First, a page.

Editor's note: Rupert Powell, the International Head of Books at Forum Auctions, has been part of the book world since 1985 (longer than I've been alive). After a long career at Bloomsbury, he has been with Forum since its founding in 2016. He provides below a far more in-depth and expert preview of an upcoming sale than I ever could.
- Tom McKinney
Since it was announced in late April, there has been a growing buzz around the book world regarding the now-imminent auction of one of the world’s finest institutional holdings of agricultural books, The Rothamsted Collection. Over 3400 volumes have been divided into 815 lots and the sale takes place in three sessions over 2 days (July 10 and 11). The door-stop catalogue is arranged chronologically with a handy index to assist with cross-referencing the numerous works on offer by the same author.
The printed books from the library, which date from 1471-1840, are therefore preceded by 3 fine medieval manuscripts – a near-complete copy of Walter of Henley’s Hosbondrye written in Anglo-Norman and dating to the early 14thcentury (lot 1, est. £10,000-15,000) and two early 15th century manuscripts of Palladius – along with Cato, Varro and Columella, one of the four great Roman writers on agriculture – one in Latin (lot 2, est. £10,000-15,000) and the other in Italian vernacular (lot 3, est. £8,000-12,000).
The first printed book on agriculture, the 1471 edition of Crescentiis’ Ruralia commoda, is offered as lot 4, here in a splendid copy previously owned by the Marquis d’Adda, a great Italian collector, and subsequently by Charles Fairfax Murray, whose magnificent library was sold at auction in 1917. This copy was acquired for Rothamsted by director Sir John Russell, the driving force behind the creation of the Lawes Library, in 1923 and now carries an estimate of £60,000-80,000.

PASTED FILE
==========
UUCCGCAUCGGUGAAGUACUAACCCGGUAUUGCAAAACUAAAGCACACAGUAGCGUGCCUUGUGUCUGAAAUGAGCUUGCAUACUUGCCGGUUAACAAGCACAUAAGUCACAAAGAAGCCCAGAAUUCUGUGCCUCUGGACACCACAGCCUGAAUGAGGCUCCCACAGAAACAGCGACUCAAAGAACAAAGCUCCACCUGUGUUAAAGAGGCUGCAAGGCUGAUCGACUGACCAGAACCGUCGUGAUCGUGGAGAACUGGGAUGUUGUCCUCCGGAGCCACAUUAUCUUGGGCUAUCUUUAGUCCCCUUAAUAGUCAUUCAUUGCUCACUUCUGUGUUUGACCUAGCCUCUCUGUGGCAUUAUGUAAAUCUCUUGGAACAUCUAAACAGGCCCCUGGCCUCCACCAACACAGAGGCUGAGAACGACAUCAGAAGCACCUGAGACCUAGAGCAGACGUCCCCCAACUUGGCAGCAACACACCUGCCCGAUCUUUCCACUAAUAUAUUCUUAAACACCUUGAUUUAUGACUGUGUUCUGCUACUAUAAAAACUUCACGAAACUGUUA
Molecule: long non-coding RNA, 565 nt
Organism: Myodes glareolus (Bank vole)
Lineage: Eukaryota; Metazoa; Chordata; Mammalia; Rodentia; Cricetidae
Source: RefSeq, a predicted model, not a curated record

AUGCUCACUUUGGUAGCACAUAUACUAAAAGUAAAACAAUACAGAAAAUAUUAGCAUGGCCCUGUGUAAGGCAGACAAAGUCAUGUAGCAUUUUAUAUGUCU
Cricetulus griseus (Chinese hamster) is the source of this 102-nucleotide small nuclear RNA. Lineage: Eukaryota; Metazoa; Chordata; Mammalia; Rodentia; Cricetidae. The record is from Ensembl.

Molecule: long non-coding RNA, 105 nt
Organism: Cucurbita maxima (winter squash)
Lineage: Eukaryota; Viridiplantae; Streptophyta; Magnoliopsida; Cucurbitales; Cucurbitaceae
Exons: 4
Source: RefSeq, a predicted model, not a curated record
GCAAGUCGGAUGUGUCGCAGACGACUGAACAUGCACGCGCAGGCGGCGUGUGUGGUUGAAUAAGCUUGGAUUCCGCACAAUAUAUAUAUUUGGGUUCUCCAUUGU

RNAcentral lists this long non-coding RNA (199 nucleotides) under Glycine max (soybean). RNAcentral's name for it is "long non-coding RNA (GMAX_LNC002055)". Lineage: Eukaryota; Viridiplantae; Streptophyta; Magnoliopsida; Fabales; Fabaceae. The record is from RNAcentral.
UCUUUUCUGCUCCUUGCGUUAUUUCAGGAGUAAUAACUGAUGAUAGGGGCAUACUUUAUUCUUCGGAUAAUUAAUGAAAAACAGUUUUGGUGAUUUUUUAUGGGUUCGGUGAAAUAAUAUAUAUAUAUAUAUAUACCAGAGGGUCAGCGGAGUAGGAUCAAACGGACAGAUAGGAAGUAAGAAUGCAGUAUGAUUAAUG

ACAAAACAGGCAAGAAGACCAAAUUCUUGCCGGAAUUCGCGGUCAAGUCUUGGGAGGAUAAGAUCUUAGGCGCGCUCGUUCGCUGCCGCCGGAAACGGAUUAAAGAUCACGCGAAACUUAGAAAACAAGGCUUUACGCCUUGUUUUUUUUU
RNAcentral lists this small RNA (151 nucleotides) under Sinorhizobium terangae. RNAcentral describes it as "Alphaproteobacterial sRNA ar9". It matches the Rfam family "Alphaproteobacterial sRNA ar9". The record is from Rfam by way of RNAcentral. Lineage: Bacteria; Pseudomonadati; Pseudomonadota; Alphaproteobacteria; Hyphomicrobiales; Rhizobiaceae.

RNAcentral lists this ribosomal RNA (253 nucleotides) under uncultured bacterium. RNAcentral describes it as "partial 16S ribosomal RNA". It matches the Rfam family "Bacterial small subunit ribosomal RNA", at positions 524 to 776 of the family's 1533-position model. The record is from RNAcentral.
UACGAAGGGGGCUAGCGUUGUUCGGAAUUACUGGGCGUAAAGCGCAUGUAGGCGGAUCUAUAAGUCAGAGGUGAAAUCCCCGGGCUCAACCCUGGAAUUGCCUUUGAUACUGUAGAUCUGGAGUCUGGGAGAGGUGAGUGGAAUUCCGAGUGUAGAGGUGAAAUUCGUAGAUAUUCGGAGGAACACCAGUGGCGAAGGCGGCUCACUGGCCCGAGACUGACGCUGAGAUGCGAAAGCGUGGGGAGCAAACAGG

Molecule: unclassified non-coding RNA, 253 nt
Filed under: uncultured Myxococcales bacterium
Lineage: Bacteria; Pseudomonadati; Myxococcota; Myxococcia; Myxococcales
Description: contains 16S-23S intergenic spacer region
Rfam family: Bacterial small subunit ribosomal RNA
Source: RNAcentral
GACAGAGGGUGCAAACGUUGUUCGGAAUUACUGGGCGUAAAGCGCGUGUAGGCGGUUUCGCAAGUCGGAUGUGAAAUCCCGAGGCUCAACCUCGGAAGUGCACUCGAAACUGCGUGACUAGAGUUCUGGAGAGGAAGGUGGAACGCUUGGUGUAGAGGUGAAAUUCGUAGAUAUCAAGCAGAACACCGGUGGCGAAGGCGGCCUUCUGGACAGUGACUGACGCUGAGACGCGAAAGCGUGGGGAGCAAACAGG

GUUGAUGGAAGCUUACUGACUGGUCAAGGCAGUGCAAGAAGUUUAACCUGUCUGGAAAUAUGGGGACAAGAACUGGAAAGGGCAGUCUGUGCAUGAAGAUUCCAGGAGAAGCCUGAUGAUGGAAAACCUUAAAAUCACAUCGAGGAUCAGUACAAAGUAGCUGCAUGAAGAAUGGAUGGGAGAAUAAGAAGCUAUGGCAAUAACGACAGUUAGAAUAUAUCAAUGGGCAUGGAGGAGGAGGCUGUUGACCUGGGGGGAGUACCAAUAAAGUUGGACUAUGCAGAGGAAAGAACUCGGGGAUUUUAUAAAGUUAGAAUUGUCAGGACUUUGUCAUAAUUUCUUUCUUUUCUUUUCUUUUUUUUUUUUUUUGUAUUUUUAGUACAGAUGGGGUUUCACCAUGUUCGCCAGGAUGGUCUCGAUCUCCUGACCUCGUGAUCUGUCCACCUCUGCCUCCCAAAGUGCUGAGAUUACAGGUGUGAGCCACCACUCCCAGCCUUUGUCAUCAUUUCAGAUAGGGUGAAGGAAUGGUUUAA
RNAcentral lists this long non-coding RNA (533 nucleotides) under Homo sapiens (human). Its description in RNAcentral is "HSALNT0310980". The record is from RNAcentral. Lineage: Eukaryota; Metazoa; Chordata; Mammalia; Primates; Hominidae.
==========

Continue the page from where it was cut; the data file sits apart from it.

There are some 20 other editions of Crescentiis’ work on offer, six of which are incunables, including the first edition printed in Italy (lot 6, est. £8,000-12,000) and the first illustrated edition, printed by Peter Drach in Speyer c.1490-95, with over 300 woodcuts and some of these coloured by a contemporary hand (lot 13, est. £20,000-30,000).
The provenance of many of the Rothamsted books is often of great significance – several books were previously owned by Richard Schwerdt, the great collector and bibliographer of works relating to Hunting and other rural pursuits; and others by André Simon, the equally revered collector and bibliographer of books on food and drink.
As well as the incunables and other early printed continental books, the collection is particularly rich in English 16th and 17th century works. A few of these are unique examples (i.e. the Rothamsted copy being the only one known); many are known in a handful of institutional copies only; and many more appear only very infrequently on the open market. By way of example, lot 38 is a copy of the first book on farming printed in England, John Fitzherbert’s The Boke of Husbandry, c.1534. But not only is this seemingly the only copy known, it also bears the ownership signature of William Lambarde, the author of the first work of British topography (Perambulation of Kent, 1576) and, significantly, an early translator into English of Walter of Henley. The copy is estimated to fetch £4,000-6,000.